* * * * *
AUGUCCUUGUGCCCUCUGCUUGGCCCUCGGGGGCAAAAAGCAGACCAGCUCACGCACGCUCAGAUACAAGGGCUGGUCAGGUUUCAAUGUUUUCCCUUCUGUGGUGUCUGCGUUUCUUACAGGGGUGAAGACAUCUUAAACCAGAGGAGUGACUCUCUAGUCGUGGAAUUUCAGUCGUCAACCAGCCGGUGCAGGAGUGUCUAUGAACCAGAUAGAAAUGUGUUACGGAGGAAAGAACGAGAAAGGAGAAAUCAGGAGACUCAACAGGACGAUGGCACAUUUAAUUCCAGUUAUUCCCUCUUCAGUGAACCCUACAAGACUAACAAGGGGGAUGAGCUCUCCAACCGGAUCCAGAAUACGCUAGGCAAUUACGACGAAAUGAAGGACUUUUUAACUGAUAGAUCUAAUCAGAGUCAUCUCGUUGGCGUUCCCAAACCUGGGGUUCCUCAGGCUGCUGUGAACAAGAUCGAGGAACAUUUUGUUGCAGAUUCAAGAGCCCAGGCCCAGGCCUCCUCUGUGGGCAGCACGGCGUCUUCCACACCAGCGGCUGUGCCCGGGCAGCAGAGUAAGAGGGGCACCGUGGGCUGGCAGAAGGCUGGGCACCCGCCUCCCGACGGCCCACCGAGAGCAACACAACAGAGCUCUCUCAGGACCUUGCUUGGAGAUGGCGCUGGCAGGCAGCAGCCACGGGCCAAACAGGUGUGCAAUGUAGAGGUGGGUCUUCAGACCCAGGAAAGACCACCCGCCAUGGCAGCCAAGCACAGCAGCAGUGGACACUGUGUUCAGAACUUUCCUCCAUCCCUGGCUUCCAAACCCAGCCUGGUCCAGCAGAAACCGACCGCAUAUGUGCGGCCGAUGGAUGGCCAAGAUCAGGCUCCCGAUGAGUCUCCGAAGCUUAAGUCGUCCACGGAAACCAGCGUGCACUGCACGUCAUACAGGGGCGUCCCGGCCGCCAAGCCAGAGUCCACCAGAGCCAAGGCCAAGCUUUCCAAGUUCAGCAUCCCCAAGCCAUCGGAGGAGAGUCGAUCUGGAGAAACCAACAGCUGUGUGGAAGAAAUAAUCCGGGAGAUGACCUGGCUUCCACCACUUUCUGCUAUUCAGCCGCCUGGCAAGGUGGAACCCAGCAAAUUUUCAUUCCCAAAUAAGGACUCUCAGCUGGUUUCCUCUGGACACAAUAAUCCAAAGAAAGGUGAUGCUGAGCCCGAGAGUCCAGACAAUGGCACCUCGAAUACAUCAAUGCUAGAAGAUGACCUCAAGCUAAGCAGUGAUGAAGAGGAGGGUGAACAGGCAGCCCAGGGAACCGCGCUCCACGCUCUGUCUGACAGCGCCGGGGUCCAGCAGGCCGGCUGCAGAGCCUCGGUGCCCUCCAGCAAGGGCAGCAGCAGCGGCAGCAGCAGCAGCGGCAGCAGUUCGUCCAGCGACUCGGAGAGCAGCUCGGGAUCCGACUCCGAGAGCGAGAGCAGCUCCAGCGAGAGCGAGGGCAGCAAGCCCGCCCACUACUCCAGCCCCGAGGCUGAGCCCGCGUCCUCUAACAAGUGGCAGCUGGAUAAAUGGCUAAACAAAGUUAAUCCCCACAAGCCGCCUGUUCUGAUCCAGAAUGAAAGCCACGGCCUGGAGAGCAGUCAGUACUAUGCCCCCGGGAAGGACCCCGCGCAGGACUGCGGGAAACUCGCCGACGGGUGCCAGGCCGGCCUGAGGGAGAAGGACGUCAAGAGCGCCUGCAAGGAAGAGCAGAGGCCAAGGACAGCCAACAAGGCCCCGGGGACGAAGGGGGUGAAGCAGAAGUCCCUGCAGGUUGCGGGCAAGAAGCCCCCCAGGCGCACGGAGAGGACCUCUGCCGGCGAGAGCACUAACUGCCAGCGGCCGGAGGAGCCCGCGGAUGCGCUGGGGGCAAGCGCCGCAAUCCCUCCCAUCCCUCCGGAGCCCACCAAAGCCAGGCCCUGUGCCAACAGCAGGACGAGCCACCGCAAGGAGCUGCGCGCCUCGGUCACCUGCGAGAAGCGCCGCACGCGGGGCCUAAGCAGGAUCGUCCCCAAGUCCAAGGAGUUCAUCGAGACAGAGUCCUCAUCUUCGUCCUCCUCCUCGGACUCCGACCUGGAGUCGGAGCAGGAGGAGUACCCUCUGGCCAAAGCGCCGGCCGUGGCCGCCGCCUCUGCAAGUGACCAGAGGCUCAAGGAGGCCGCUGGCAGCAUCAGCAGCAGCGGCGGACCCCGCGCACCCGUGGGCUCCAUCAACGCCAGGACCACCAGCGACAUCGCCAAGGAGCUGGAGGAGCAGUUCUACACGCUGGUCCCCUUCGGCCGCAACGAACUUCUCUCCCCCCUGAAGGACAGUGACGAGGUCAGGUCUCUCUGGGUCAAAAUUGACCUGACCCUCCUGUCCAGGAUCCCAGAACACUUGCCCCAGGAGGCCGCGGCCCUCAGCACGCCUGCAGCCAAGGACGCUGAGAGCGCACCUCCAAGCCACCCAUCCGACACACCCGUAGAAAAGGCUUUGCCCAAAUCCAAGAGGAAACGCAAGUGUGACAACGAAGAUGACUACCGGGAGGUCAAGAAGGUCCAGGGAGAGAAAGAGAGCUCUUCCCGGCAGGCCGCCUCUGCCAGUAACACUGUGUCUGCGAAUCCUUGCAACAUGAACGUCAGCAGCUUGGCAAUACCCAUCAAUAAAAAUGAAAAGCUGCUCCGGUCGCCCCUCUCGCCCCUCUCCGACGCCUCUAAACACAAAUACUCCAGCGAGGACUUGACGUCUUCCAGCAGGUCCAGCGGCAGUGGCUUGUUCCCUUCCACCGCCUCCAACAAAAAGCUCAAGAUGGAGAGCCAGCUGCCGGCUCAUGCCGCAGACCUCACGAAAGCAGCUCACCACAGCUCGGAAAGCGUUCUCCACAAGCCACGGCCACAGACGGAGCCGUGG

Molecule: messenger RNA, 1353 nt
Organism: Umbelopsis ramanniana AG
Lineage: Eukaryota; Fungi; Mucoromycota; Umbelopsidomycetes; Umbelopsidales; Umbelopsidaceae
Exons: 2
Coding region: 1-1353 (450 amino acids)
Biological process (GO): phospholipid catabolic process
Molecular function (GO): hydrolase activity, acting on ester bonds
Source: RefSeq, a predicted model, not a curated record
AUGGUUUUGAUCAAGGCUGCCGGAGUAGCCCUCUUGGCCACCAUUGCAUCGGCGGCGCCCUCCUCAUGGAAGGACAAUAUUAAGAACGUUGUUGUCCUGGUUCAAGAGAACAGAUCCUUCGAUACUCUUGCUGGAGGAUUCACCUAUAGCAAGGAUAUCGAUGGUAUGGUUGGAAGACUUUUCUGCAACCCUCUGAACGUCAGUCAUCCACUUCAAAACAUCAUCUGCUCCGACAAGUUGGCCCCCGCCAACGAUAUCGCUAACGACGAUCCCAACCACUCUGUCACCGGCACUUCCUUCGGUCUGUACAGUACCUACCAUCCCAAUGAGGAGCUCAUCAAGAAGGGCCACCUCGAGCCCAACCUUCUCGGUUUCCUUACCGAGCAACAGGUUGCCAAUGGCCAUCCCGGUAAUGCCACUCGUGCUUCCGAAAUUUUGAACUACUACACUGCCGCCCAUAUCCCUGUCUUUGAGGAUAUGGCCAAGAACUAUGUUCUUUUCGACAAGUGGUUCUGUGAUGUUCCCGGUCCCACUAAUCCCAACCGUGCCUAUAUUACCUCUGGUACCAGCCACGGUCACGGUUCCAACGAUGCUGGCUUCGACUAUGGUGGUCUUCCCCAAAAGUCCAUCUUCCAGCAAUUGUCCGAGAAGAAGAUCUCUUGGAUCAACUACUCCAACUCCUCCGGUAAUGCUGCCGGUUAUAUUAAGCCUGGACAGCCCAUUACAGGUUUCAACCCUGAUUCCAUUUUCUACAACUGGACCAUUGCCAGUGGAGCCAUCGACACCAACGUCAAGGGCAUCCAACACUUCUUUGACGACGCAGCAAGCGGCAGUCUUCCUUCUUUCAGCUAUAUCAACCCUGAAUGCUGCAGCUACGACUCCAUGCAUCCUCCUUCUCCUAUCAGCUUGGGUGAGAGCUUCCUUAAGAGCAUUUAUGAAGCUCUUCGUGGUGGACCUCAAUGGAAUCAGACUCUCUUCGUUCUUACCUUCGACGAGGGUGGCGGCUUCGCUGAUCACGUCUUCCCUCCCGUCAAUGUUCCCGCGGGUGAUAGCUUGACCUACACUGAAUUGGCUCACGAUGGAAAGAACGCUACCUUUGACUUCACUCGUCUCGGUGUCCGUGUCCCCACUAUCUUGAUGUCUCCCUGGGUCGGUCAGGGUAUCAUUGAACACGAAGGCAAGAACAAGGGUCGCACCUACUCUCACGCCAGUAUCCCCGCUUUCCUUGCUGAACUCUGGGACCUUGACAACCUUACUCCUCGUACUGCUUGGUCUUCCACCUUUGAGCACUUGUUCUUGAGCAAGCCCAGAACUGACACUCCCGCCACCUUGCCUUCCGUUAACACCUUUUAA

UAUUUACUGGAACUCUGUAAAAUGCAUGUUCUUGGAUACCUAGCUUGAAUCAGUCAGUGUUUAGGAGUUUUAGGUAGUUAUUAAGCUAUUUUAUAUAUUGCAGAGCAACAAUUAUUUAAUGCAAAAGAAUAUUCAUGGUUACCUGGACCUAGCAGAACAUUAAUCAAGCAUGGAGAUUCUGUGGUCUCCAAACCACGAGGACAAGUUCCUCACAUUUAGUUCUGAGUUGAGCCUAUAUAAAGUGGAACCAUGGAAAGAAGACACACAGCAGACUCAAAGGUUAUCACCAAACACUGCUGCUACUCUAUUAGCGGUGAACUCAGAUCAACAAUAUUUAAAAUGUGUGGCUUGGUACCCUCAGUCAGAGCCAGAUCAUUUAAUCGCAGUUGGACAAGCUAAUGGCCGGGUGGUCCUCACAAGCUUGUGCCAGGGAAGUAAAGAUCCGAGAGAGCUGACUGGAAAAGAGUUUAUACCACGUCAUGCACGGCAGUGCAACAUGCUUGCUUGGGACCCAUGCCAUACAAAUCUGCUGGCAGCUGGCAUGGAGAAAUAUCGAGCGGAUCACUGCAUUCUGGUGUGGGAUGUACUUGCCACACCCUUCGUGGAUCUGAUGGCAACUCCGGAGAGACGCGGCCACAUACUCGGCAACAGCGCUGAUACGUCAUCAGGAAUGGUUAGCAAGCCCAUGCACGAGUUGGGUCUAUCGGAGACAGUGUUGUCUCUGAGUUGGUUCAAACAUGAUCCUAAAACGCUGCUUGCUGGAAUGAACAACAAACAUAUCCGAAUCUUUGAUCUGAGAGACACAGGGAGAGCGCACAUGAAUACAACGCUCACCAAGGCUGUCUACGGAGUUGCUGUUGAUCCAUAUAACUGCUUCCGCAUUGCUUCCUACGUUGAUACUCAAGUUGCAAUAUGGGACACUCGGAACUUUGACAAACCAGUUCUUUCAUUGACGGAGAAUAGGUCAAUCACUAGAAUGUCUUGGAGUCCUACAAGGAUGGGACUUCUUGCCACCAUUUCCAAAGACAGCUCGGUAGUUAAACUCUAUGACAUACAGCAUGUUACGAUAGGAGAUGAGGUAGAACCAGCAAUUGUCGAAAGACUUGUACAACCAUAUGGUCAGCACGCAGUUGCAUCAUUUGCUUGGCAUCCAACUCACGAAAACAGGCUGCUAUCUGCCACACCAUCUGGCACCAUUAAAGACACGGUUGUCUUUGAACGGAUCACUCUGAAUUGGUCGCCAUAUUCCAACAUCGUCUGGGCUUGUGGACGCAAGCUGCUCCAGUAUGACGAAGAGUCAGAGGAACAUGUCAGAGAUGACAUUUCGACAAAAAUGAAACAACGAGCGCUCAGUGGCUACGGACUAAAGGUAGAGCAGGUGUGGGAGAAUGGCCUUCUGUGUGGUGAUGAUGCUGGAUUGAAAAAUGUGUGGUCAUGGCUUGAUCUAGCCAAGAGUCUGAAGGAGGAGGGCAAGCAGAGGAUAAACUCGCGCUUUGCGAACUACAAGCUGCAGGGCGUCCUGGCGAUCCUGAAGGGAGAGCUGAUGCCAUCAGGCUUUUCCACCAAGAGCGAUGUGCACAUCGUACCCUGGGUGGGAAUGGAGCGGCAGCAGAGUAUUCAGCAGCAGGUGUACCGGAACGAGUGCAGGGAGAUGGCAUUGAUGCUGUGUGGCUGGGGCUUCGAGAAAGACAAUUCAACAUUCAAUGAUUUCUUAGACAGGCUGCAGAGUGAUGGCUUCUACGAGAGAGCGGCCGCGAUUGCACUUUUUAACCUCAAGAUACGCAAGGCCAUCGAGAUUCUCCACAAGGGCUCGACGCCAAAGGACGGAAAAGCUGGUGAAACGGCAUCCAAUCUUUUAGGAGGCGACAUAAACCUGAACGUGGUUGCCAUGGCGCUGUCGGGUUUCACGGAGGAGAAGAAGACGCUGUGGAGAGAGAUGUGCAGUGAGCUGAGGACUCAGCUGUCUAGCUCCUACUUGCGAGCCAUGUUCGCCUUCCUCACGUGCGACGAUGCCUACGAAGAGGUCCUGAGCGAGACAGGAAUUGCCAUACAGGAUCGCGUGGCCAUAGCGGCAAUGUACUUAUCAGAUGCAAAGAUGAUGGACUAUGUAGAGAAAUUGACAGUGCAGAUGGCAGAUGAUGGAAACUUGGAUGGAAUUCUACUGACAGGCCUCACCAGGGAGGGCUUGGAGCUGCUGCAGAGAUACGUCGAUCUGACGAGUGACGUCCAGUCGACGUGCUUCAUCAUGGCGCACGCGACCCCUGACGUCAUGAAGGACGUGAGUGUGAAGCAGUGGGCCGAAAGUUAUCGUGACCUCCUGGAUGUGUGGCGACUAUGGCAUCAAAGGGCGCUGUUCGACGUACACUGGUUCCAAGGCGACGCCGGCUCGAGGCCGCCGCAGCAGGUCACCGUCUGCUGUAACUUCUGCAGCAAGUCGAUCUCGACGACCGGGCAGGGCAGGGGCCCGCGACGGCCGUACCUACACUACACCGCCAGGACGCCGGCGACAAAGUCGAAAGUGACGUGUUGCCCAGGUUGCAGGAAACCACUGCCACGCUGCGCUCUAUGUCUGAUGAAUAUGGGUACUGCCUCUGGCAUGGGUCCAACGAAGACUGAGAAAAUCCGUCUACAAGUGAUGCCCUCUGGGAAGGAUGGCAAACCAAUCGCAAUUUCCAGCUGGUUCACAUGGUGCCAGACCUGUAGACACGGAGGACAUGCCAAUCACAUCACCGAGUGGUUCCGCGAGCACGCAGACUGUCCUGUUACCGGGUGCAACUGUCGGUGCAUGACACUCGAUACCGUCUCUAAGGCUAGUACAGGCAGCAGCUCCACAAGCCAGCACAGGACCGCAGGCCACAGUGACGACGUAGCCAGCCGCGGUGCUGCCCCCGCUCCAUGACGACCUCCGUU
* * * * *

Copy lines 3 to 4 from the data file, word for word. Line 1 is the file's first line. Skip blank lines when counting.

Organism: Umbelopsis ramanniana AG
Lineage: Eukaryota; Fungi; Mucoromycota; Umbelopsidomycetes; Umbelopsidales; Umbelopsidaceae